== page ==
At the beginning of the Utah Legislature 2013 session, The Deseret News pledged to focus its legislative coverage on five key issues that matter to Utah families: early childhood education, college and career readiness, economic development, health care and well-being, and intergenerational poverty. See what transpired in each of those areas during this year's legislative session.
SALT LAKE CITY — Legislative efforts to put Utah in a position to maintain and build its healthy economy focused on education and the desire to free Point of the Mountain from the prison and clear the way for companies to enhance the burgeoning tech sector.
Lawmakers funded most of Gov. Gary Herbert's education priorities aimed at reaching his goal of 66 percent of Utahns earning a college degree or certificate by 2020. A key piece of that is investing in science, technology, engineering and math, or STEM, education to take advantage of an anticipated boom in the information technology and life sciences industries.
"The more we have people qualified in these areas, the more we can be a magnet for companies that have these wonderful jobs," said Sen. Stephen Urquhart, R-St. George.
Spencer Eccles, executive director of the Governor's Office of Economic Development, said Utah continues to be a place where companies want to build and grow.
"If we don't take care of educating our future workforce, we won't have anybody to provide for these companies," he said. "I would say we've had a great partnership with the Legislature this session, and I mean that sincerely. I'm very excited what the future holds."
Herbert said businesses know Utah is on solid fiscal footing and that it wants the private sector to succeed.
"Hopefully, we're going to empower them to be innovators and creators of new goods and services, and the economy will continue to grow and expand," he said.
The Legislature, however, didn't do one thing many in the business community wanted, including the Salt Lake Chamber. It did not pass a statewide law against discrimination based on gender identity and sexual orientation in housing and employment practices.
Michael Weinholtz, CEO of CHG Healthcare Services, said not having such a law hurts Utah companies by limiting their access to a broader pool of employees they need to grow.
For economic development reasons, such a law would "announce to the world that Utah is not only open for business, we're open to everyone," he told lawmakers.
The Legislature also shot down a bill that would have provided tax credits for the development of a hotel near the Salt Palace Convention Center, the same make-good incentives the state routinely offers companies to build or expand in Utah.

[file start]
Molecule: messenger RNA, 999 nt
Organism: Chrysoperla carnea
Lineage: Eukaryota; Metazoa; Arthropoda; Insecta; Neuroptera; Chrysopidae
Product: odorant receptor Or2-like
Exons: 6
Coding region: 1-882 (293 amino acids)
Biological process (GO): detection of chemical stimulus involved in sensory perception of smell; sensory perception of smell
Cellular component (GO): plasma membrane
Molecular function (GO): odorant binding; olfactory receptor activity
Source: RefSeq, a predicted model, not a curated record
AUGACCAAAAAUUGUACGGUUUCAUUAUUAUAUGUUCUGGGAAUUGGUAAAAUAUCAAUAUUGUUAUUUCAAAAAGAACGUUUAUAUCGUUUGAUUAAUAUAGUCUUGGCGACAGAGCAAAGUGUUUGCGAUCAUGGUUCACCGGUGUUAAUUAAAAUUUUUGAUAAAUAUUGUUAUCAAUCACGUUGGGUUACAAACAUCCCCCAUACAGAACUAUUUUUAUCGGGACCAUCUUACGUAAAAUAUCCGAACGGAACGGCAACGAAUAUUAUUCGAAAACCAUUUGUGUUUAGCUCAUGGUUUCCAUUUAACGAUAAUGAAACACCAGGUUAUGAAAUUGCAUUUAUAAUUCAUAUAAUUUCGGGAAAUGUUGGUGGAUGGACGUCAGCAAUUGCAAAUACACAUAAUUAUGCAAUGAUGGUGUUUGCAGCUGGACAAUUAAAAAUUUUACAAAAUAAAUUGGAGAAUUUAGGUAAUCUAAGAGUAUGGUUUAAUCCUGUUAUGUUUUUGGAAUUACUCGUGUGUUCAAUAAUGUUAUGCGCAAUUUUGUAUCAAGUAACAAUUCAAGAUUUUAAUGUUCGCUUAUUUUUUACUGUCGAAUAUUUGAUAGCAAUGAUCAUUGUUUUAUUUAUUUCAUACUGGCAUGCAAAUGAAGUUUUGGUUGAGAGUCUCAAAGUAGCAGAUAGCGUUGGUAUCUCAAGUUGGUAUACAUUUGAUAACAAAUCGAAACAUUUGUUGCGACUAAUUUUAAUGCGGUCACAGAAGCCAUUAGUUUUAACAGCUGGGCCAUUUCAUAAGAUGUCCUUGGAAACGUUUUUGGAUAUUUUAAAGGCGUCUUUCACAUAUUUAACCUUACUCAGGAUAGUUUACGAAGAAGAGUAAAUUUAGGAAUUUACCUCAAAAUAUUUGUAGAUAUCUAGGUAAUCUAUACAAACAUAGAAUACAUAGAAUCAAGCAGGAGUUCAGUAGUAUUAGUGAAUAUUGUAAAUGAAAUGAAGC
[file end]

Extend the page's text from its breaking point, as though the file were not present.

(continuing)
"We are losing millions and millions of dollars a year and thousands of jobs because we do not have a convention space adequate enough," Rep. Brad Wilson, R-Kaysville, said during a House debate. "The expectation is that this hotel should generate $600 million over the next couple of decades."
Representatives of the annual Outdoor Retailer Summer Market, the state's largest convention, have said a convention center hotel is essential for Salt Lake hosting the show long-term. Between the summer and winter shows, Outdoor Retailer brings about $40 million to the state each year.
Lawmakers, though, did pass a law setting in motion possible relocation of the state prison.
Business and government leaders see land where the state prison currently sits as a prime location for economic development. The state's two largest metropolitan areas, both of which have major universities and expanding transit systems, converge at Point of the Mountain.
"In general, the area around Point of the Mountain has become a nexus for IT companies and medical device companies for very logical reasons," Eccles said.
A state-appointed board that studied relocating the prison estimated that development would result in a $20 billion boost to the economy and eventually as many as 40,000 jobs.
The Legislature last week established a new board that will solicit requests for proposals to tear down and build a new prison, estimated to cost $600 million.
The prospect of moving the 62-year-old facility has drawn opposition from some residents who believe taxpayers would be stung in the end, while developers pad their wallets.
"It's important that the committee that will evaluate this in the future looks at all of the different components and makes sure this thing presses out for the taxpayer," Eccles said.
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